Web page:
The inner bailey is located on the east side and is an irregular crescent shape, slightly higher than the surrounding ground. It is defined by a steep scarp on the east and south sides and on the north by a mill pond, which has been formed by a dam across the stream feeding the moat, to which it is connected by a stone wall with a gap. Earthworks of rectangular depressions and mounds may indicate the sites of buildings and other features possibly used in defending the castle entrance. The outer bailey is more substantial in size and is located at a lower level than, and to the east of, the inner bailey. It is sub-rectangular in plan and is defined on the east by a steep bank which drops away to a stream and by steep banks on the south side. The extent of the outer bailey to the north has been largely obscured by a garden and modern track. The interior of the outer bailey is comparatively even and is divided by a hollow way leading in from the east in the direction of the motte entrance.

The earliest known documentary reference to Stogursey Castle is from 1215 when it was recorded to have been held for King John, although its plan of a motte with two baileys suggest an earlier Norman date of the 11th or early 12th century. It remained in use until 1459 when it was burnt down during the Wars of the Roses while being used in support of the Lancastrian cause.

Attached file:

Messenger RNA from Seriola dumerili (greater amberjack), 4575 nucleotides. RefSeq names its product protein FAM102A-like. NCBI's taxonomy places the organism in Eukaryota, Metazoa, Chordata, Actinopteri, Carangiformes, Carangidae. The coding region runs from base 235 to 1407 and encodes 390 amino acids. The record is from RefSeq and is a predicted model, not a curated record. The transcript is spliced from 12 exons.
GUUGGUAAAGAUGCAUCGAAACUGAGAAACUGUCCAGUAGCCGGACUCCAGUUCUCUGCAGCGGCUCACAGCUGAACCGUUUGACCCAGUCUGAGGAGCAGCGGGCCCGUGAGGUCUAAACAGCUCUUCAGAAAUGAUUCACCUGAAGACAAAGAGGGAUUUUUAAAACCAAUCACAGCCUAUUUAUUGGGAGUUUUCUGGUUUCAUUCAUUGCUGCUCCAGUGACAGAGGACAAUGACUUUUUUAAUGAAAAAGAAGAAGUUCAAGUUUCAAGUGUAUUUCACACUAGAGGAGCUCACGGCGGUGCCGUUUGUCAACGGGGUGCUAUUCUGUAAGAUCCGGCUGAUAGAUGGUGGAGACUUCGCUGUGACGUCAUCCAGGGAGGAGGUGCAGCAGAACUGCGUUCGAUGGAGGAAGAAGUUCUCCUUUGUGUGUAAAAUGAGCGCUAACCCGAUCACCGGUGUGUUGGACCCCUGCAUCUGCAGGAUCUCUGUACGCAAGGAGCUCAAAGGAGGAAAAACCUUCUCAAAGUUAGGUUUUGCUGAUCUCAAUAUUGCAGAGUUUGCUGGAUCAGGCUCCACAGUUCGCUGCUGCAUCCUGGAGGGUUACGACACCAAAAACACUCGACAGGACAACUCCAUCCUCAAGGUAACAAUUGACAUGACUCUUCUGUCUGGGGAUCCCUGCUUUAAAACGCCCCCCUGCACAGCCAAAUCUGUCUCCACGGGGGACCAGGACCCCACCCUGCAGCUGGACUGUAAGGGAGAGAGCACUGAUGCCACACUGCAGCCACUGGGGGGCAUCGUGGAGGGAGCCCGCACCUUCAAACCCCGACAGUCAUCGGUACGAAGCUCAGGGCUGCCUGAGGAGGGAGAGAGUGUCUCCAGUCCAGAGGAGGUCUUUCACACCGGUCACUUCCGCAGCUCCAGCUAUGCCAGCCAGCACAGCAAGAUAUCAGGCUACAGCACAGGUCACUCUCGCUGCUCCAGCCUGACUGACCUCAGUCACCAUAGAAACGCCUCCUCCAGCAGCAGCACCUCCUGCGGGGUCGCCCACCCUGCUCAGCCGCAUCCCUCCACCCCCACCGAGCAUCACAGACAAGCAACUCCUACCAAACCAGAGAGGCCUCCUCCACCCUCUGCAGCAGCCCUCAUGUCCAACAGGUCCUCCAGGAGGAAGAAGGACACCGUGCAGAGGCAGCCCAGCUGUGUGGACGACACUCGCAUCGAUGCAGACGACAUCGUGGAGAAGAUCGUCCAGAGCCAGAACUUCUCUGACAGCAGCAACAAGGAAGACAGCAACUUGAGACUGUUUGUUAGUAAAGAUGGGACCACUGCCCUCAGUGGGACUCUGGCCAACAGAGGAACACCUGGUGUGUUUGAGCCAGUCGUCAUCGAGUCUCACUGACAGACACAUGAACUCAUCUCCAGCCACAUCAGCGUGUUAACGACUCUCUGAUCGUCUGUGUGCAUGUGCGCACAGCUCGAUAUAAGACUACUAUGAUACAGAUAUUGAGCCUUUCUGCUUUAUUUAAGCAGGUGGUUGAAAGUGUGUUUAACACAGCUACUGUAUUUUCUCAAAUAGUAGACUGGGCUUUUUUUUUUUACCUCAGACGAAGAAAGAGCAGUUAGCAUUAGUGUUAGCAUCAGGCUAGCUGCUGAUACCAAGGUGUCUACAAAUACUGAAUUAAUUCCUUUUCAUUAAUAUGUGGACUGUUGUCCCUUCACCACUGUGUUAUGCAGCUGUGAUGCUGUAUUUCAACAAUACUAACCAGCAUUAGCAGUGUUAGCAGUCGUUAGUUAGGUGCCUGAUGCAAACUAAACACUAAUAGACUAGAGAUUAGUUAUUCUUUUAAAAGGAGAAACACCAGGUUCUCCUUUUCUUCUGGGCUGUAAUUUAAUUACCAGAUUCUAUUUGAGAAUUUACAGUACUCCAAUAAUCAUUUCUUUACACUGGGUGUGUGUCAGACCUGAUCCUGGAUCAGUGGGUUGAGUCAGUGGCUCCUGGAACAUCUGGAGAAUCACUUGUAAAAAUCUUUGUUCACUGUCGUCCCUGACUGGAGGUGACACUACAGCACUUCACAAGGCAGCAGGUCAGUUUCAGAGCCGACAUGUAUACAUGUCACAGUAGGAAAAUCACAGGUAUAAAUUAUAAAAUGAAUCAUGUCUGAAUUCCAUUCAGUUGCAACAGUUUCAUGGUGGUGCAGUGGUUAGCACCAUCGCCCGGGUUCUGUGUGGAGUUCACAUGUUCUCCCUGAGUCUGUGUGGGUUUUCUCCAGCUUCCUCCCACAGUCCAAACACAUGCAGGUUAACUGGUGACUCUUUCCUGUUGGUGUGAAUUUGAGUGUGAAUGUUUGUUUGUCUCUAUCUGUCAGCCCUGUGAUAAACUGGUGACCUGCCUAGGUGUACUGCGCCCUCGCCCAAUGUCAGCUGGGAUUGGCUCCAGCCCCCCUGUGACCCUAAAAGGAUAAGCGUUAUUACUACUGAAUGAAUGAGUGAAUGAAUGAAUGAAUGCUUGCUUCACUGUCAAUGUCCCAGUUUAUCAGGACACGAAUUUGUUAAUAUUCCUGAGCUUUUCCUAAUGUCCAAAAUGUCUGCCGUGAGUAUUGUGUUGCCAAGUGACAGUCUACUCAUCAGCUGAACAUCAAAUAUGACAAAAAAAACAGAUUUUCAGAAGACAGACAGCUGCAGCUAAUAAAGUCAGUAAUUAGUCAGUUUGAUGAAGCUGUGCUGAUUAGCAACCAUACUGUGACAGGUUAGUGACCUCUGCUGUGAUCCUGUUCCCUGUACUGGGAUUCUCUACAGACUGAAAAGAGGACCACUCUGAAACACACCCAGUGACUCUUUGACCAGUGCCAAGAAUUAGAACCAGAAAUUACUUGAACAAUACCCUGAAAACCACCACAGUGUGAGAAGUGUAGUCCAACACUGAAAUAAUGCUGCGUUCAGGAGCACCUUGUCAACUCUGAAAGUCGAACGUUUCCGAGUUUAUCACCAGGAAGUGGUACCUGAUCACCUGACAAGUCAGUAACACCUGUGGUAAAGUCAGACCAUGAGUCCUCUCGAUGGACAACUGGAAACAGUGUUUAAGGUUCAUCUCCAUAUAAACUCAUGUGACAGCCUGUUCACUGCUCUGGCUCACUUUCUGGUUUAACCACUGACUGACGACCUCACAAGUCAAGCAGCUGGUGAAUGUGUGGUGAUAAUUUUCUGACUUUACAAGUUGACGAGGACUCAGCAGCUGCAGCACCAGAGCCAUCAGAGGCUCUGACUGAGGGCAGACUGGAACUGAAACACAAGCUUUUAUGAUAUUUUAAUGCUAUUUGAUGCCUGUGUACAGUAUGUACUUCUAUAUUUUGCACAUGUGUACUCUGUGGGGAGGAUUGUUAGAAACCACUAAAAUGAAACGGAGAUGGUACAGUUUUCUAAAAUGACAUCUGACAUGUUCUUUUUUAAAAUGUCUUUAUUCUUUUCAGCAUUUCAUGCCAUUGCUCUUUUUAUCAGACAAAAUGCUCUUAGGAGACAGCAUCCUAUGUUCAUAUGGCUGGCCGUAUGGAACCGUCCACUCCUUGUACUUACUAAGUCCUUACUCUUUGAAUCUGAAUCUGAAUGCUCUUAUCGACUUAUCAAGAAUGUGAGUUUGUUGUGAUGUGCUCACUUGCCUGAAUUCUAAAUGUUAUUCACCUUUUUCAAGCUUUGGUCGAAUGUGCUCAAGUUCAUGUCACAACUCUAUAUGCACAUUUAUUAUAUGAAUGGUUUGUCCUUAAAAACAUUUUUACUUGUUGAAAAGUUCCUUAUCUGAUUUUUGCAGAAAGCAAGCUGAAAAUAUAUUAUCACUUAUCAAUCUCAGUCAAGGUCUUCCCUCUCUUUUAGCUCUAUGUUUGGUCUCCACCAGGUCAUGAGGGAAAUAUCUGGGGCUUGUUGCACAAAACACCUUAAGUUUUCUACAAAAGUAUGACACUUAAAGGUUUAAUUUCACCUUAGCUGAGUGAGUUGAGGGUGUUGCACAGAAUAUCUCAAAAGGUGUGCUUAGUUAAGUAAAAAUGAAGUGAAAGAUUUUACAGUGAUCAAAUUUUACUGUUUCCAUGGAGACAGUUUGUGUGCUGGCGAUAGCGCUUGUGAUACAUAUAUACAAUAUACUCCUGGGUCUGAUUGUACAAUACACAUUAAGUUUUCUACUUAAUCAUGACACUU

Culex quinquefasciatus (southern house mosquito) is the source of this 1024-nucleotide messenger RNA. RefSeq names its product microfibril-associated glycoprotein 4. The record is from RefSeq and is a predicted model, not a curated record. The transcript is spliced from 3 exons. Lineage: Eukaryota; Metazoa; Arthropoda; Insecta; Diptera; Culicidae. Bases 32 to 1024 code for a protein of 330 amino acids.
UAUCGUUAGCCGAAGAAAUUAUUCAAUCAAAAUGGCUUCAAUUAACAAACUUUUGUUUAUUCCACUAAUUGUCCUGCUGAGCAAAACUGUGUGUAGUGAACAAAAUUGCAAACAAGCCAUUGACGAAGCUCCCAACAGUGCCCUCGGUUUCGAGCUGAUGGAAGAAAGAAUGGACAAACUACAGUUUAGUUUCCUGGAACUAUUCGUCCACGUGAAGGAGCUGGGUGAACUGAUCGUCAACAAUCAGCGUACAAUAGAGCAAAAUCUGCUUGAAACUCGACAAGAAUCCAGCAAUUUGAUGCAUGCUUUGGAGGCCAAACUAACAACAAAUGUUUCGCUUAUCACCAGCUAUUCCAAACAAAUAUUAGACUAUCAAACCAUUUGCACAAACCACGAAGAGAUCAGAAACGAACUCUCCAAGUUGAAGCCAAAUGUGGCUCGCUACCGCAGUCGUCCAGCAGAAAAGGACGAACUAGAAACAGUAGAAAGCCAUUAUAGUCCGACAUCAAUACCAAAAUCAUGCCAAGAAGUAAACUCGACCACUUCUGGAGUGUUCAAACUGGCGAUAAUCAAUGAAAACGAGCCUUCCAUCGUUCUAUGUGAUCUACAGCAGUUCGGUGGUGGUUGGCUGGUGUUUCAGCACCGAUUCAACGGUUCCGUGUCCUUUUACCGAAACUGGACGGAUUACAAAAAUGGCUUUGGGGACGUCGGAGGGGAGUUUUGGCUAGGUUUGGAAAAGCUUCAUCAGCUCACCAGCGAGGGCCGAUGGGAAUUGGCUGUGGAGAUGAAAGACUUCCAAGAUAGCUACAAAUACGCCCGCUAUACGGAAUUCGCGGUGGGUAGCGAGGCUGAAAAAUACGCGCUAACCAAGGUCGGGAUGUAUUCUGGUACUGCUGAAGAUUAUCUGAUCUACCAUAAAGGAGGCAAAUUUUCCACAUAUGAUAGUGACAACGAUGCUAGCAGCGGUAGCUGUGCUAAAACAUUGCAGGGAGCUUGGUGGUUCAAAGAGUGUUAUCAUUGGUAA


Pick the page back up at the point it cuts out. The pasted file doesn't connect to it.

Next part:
The gatehouse cottage, the stone built garden shed within the shell keep, the stone built byre in the north part of the outer bailey, all fencing, all hard standing, all signposts, all modern gateways, all drains and all modern paving are excluded from the scheduling, although the ground beneath these features is included.

MAP EXTRACT The site of the monument is shown on the attached map extract.


The contents of this record have been generated from a legacy data system.

Legacy System number:
Legacy System:


34071, Somerset Sites and Monuments Record,


This monument is scheduled under the Ancient Monuments and Archaeological Areas Act 1979 as amended as it appears to the Secretary of State to be of national importance. This entry is a copy, the original is held by the Department for Digital, Culture, Media and Sport.

End of official listing

Your Contributions

Do you know more about this entry?

The following information has been contributed by users volunteering for our Enriching The List project. For small corrections to the List Entry please see our Minor Amendments procedure.

The information and images below are the opinion of the contributor, are not part of the official entry and do not represent the official position of Historic England. We have not checked that the contributions below are factually accurate. Please see our terms and conditions. If you wish to report an issue with a contribution or have a question please email [email protected].